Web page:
À La Recherche de l’Amérique Perdue: Fantasizing America

Portrait of Orleans, Fine Arts Museum of San Francisco

Portrait of Orleans, Fine Arts Museum of San Francisco

To say that the French have a love-hate relationship with the United States is an understatement. We’ll be tssk-tssking Americans for their alleged anti-intellectualism and Puritan mores, while unabashedly dreaming Technicolor dreams of New York and California and happily binging on series. There’s also a strong mainstream appetite for American literature, or at least one that delivers a certain brand of Americanness, all in stock images: New York, looming large in the French imagination of what America must be like, and all the noir imagery that goes with it (give us your grittiest cities and your most hardboiled fedora-wearing detectives); the small sleepy towns, their closets always full of skeletons; the Deep South, though that’s usually more popular among academics than in pop culture; the hallucinated landscapes sung by the Beat generation. Lately, Montana writers are also getting their share of the spotlight, with the allure of great open spaces.

But this means that you don’t have to be American to give us the America we want: more than a few French-language writers have dreamed of penning the next Great American NovelTM. Among these is a young Swiss writer, Joël Dicker. His novel The Truth about the Harry Quebert Affair has been marketed as no less than “a reflection on America, on the flaws of modern society, on literature, on justice, and on the media,” and crowned by several distinguished prizes, including one from the French Academy.

Never mind that, to get to the denouement, we must trudge through over 600 hundred pages of sloppy, cliché-riddled writing: young “brilliant” male writer in NY (where else?) is hit with writer’s block after the overwhelming success of his first book, and seeks out “genius” male mentor from college who lives as a quasi-recluse in New England and abuses the boxing/writing metaphor; mentor is falsely accused of murdering a teenage girl eons ago (but he did have a liaison with her, and he did love her like he loved no one else before); young writer takes it upon himself to clear his name. There’s also mentally ill women, jealous women, and a healthy dose of suburban suspicion. All in all, a brittle collage of genres, thriller noir and romance, sub-Rothesque cinematic realism and pseudo-experimental writing.  Continue Reading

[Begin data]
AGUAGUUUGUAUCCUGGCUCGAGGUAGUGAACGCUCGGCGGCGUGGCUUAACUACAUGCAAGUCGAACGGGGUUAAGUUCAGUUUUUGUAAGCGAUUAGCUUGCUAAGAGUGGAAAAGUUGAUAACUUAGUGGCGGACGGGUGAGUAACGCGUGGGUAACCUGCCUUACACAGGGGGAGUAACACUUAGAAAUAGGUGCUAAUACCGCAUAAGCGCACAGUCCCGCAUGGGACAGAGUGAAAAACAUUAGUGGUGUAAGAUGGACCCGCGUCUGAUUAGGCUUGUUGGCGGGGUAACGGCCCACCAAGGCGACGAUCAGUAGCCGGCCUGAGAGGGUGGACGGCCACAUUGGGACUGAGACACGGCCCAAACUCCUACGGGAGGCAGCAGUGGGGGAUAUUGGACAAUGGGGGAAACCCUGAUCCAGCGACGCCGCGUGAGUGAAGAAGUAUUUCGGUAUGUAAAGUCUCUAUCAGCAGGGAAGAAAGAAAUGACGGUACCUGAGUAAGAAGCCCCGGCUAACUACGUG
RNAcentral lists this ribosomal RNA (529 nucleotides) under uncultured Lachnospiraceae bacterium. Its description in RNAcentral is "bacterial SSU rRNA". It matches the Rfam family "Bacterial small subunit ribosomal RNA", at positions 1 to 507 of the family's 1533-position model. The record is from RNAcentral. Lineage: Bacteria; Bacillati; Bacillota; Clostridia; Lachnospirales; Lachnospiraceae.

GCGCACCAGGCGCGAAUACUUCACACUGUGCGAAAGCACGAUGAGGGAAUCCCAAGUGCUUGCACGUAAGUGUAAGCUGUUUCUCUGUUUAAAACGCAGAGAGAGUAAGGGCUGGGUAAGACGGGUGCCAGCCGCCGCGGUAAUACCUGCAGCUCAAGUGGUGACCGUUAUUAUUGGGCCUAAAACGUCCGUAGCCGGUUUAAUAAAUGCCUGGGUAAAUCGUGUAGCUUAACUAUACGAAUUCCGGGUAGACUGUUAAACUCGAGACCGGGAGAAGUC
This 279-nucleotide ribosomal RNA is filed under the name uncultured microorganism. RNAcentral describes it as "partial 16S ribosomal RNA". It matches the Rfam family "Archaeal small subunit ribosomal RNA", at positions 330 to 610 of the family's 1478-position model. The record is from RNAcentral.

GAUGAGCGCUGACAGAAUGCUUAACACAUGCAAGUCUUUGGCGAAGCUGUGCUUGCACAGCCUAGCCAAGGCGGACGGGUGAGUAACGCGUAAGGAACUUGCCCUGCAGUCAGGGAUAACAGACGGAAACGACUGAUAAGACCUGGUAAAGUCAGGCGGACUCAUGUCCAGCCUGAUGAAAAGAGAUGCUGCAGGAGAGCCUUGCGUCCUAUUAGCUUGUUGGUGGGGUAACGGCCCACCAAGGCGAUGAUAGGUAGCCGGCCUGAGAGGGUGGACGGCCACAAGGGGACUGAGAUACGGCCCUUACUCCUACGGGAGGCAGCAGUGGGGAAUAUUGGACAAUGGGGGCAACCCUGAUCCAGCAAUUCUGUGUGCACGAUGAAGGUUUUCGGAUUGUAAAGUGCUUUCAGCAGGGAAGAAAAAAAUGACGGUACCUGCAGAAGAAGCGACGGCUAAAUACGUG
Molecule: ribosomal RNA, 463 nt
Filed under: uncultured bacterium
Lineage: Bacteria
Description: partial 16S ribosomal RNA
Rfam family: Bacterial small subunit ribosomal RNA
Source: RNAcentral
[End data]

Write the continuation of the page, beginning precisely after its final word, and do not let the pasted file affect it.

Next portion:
Planetary Poetry


It’s a comet, no it’s a planet, no it’s not a planet, yes it is. What is it about Pluto that so draws us to it? Is it that Pluto is so far away? Or is it just that we always pull for the underdog? Over the past few years, especially, as Pluto’s planetary status has been called into question, the adoration for the planet has only risen. Perhaps, there’s something to the idea of distance, of the unknowable vastness that stretches between us on Earth and the surface of this planet (or dwarf planet or whatever). It is in this expanse, that poetry seems to have found a way to talk about other distances—more of the metaphorical and emotional nature— through the use of planets.

In his poem, “Pluto’s Loss,” poet Paul Guest begins with the line: “Little star, how lost to us you are already” and goes on to elegize Pluto as something that is so small and far away and cold that it’s easy for humans to forget, to not think about, to push out of the mind. However, Guest then brings the poem around to his own thoughts. It’s easier to remember the distances between our own memories—a lost love, perhaps—than it is to think about the distances between planets.

In the end of the poem, though, Guest then makes another twist: it’s also easy, he argues, for humans to be small and distant and forgotten by the heavens. The poems ends: “In that moment, and in this one, I could not be/ more human, to the dead sky/ making apologies heard by no one, by nothing.” Maybe, we identify with Pluto because we too can feel so small and cold and easily pushed out of the mind.Continue Reading

In Bookstores Near You

In 2004, the state of Texas most likely executed an innocent man, Cameron Todd Willingham, for the murder of his three young children, who died in a fire in their family home. Arson experts later determined the fire was not intentionally set, and the story quickly became enmeshed in a political scandal involving Rick Perry. Interestingly, Willingham, who escaped with only minor burns, had such a poor reputation in the small town of Corsicana, Texas, that when PBS produced a documentary about his execution and probable innocence, many of the residents refused to accept he wasn’t guilty. One woman said he was a bad man, plain and simple, and it didn’t matter if he didn’t do it. He deserved to die regardless. Having worked with defense teams on over twenty capital murder cases since 2009, I’ve learned the most intriguing part of these investigations isn’t the whodunit part of the story, but how witnesses affect the outcome, how willing they are to lie to convict someone, to shape the story into a tale they want to believe.